WASHINGTON — The forthcoming battle over the nomination of Robert H. Bork to the Supreme Court will focus on an issue that has been often debated but never finally resolved: Should the Senate reject a judicial choice solely because of ideology?
In the six years since Ronald Reagan entered the White House, the question has arisen frequently as the President sought to put his conservative stamp on the federal courts. And, so far, both the debate and the outcome have been one-sided: The Reagan Administration has been determined and successful, the Democrats torn by indecision.
While the Administration has employed sophisticated screening procedures to find philosophically compatible nominees for federal judgeships, Democratic senators have been unable to decide whether it is proper to use their own ideological tests in rejecting or confirming them. However, earlier Senates raised ideological questions about nominees with some success.
The Bork fight--which already has begun in the Senate although confirmation hearings are not expected to begin until September--may at last force the current Senate to decide the issue.
Because Bork's vote could reverse the balance of power on the court on many of the most contentious issues of the day, both the Administration and a host of major Democratic constituency groups opposing Bork plan all-out efforts.
With two Democratic members of the Senate Judiciary Committee--Chairman Joseph R. Biden Jr. of Delaware and Paul Simon of Illinois--running for their party's presidential nomination, the political pressures will be even more intense.
At a meeting Tuesday, the day before the nomination was announced, representatives of more than 40 groups--civil rights organizations, abortion rights advocates, civil liberties groups and liberal political caucuses--began organizing letter-writing campaigns, drafting memoranda to the editorial boards of major newspapers and engaging investigators to probe Bork's background and lawyers to analyze his writings.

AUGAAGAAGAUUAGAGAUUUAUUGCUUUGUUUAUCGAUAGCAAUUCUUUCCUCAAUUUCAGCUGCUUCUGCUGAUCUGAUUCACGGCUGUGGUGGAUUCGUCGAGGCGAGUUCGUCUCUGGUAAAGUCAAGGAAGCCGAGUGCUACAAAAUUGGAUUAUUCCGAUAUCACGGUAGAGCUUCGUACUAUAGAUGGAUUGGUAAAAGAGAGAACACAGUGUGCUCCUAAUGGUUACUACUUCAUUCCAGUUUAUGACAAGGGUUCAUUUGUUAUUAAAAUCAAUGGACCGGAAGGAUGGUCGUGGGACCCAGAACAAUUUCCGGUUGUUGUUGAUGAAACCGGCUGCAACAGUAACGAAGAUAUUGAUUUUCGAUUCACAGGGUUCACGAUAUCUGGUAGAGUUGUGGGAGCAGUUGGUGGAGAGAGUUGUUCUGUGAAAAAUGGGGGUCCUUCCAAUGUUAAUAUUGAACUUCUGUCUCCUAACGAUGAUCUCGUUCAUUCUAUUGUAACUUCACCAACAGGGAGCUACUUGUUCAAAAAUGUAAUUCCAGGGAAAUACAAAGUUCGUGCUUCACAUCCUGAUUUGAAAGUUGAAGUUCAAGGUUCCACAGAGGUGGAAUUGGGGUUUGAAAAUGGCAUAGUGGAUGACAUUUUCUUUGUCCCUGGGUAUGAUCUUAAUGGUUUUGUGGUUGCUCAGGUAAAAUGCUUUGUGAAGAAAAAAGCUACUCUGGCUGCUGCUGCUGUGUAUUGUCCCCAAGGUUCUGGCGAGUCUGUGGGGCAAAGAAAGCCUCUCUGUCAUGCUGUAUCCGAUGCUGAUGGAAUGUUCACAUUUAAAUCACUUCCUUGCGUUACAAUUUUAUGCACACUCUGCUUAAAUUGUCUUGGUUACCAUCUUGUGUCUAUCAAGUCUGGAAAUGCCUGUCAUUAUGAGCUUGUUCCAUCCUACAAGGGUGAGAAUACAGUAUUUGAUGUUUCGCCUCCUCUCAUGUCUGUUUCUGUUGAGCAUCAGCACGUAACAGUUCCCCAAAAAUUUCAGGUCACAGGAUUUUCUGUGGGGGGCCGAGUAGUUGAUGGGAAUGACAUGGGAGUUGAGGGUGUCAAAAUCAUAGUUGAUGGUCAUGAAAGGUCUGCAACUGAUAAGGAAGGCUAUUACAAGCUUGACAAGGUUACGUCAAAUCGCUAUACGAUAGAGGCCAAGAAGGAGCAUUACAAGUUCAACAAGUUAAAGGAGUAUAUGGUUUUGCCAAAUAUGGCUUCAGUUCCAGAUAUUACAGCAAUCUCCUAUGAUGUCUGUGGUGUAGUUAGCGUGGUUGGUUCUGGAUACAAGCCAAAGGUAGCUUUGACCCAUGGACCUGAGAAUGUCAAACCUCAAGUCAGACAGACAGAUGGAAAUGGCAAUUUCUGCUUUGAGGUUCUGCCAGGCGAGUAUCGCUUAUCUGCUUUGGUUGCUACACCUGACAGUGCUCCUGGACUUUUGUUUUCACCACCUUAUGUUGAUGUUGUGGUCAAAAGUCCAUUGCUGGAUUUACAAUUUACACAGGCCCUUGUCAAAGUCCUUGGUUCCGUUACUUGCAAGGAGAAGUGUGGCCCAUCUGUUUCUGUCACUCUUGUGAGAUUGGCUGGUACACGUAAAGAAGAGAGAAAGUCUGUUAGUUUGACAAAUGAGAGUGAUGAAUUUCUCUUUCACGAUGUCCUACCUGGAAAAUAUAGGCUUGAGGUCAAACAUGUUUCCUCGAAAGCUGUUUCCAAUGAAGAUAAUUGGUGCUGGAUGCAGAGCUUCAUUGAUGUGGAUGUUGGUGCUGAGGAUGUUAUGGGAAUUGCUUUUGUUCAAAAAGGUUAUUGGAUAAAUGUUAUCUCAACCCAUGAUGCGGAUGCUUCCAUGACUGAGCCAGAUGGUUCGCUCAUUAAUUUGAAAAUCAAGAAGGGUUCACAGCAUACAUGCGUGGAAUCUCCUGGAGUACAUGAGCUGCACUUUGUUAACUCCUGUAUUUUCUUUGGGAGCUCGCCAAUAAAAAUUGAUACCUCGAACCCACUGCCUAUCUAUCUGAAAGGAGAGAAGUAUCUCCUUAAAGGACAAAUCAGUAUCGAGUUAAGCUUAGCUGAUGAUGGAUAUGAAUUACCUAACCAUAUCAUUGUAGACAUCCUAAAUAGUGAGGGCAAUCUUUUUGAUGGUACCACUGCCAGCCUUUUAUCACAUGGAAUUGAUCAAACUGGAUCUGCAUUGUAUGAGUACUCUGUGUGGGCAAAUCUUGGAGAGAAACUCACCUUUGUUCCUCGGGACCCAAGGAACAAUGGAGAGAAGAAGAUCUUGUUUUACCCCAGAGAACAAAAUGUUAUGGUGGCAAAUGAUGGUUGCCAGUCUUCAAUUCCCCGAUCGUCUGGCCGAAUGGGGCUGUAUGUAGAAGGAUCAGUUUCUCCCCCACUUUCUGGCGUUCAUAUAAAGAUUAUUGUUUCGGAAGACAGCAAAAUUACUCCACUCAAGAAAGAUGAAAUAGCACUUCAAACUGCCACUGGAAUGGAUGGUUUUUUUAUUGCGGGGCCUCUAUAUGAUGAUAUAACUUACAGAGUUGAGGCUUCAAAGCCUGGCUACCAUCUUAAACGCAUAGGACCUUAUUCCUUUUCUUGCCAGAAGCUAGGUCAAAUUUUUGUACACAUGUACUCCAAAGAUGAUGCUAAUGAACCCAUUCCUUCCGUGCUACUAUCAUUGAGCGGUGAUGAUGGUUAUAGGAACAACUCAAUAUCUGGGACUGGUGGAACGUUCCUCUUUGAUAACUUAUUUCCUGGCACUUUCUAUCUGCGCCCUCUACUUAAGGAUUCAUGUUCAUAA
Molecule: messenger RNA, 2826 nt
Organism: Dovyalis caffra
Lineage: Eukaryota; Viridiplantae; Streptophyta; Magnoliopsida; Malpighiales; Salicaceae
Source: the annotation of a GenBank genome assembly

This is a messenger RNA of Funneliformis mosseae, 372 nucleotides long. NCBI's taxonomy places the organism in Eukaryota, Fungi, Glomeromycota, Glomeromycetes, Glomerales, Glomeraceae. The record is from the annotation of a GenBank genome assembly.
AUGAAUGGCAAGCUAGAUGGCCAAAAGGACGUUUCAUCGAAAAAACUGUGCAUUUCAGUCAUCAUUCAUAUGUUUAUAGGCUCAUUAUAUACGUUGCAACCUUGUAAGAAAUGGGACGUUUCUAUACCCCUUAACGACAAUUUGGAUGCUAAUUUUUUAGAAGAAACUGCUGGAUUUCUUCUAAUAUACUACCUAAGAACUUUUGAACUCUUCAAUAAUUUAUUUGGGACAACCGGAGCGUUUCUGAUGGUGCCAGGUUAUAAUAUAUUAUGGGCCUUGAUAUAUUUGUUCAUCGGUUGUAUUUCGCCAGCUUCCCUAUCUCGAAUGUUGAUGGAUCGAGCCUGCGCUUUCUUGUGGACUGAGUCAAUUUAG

Bork's opponents already have raised his role in the Richard M. Nixon Administration's firing of Watergate special prosecutor Archibald Cox, and they hope to find other vulnerable points. Yet Bork already has been confirmed by the Senate twice--as an appeals court judge and as solicitor general--and both sides are proceeding on the assumption that no new issues are likely to arise that will take attention away from the ideological arguments.
"It's not a matter of Bork, it's not the personality, not the qualifications, not the credentials, it's the issue. That's the way the battle is being fought," said Arthur J. Kropp, executive director of People for the American Way, a liberal organization that helped lead an unsuccessful effort last year against William H. Rehnquist's nomination to be chief justice.
Foes to Spend $1 Million
Kropp's organization already has put together more than $300,000 for a media campaign to sway public opinion against the nomination, and it plans to spend up to $1 million, he said.
Administration officials are no less determined. "Last time I looked, Ronald Reagan carried 49 states. It was in all the papers," one official said. "How many states did Joe Biden carry?"
Bork's opponents would seem to be in a strong position. Democrats hold a 54-46 edge in the Senate, and, under one parliamentary maneuver, Bork could be defeated with as few as 41 votes--the number needed to sustain a Senate filibuster against the nomination. Last year, when Republicans had a Senate majority, 33 senators voted against Rehnquist, whose nomination was not subject to a campaign that even approaches the intensity of what Bork's opponents plan.
Nonetheless, blocking the nomination, particularly on grounds of judicial ideology, will be difficult, aides to Democratic senators and officials of groups opposing the nomination concede.
"Democrats are squeamish, period," said Joseph L. Rauh Jr., a longtime liberal activist here who participated in successful efforts to block Nixon's Supreme Court nominations of Clement F. Haynsworth Jr. and G. Harrold Carswell.
"There certainly has never been a more unified opposition than there is now," he added. "Whether that will be enough to make the Democrats stand up and take notice, we'll have to see."
So far, key moderate and conservative Democratic senators are being noncommittal. Reagan "will have a little different situation than he did with Rehnquist and (Justice Antonin) Scalia," said Sen. Howell Heflin (D-Ala.), a key vote on the Judiciary Committee. "This time, it's going to be particularly carefully scrutinized because of the makeup of the court and the ideological shift that could occur."
Still, he said, while "I don't think there's much question that the President considered it," ideology is "not necessarily a deciding element" for the Senate, but "it will be part of a totality."